Think of a chord as the number of vertices to advance between start and finish. So the shortest possible chord would be 1, then up to 4 they would become longer. 5 is just as long as 4, and 8 is as short as 1. So in a way, a triangle is a partition of the number 9 into 3 parts, each part being a positive integer. There are $\binom82=28$ such partitions. But in order to exclude some equilateral triangles, and also omit rotated versions of the same triangle, let's concentrate on those where the parts are in ascending order since there is always a way to read the vertex differences in non-descending order for any triangle, and a scalene triangle will not have repeated counts either.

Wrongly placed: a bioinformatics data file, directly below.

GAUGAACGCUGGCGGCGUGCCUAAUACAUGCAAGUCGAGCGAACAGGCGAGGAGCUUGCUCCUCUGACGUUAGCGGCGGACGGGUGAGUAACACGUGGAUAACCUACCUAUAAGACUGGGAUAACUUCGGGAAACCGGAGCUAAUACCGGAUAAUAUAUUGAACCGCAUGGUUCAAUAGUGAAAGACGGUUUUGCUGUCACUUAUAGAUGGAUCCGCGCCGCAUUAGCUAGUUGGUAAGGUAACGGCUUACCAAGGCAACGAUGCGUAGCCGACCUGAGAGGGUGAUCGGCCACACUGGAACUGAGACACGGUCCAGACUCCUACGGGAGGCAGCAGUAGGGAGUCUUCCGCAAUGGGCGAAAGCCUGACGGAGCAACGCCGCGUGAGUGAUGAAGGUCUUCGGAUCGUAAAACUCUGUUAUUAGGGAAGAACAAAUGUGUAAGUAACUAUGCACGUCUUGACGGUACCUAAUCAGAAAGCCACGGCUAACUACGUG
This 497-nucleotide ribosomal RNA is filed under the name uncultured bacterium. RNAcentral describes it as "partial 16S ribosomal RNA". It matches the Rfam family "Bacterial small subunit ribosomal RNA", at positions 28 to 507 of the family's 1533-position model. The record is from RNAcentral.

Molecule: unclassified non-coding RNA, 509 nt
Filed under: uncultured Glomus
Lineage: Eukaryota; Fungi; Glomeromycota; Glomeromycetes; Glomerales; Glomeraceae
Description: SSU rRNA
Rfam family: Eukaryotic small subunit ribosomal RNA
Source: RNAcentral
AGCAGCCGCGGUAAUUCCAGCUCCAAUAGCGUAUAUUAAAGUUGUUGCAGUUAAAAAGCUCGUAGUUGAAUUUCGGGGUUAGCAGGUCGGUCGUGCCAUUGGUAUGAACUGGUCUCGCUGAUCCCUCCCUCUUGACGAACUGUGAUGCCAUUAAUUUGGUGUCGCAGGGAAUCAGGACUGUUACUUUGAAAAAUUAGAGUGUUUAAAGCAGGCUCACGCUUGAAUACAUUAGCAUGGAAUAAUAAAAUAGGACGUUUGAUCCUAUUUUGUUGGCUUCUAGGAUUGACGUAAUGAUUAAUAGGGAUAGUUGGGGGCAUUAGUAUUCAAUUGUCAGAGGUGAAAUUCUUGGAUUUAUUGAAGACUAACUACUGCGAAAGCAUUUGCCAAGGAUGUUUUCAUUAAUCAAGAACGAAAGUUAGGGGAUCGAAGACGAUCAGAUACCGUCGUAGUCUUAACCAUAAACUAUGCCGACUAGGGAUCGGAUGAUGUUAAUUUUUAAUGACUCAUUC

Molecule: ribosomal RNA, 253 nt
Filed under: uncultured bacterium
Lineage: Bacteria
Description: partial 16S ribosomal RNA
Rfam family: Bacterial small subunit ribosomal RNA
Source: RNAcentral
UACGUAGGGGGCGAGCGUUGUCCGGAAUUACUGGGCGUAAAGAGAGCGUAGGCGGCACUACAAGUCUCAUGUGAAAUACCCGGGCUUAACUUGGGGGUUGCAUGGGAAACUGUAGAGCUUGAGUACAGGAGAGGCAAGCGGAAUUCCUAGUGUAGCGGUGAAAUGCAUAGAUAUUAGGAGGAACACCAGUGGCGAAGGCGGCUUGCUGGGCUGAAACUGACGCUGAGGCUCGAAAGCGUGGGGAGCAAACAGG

1+2+6&=9 & 1+3+5&=9 & 2+3+4&=9
The $6$ has the same length as a $3$, so the first is indeed scalene. Likewise the $5$ has the same length as a $4$. In terms of lengths (still expresse din terms of vertices skipped) the three triangles above would correspond to $(1,2,3), (1,3,4), (2,3,4)$. All scalene as you can see.
So if you are only interested in identifying triangles up to congruence, the answer is $3$. If you consider triangles different if they get rotated or reflected, there are $9$ ways to rotate them and $2$ ways to orient them, and for scalene triangles they will all be distinct. This leads to a total count of
$$9\cdot 2\cdot 3=54$$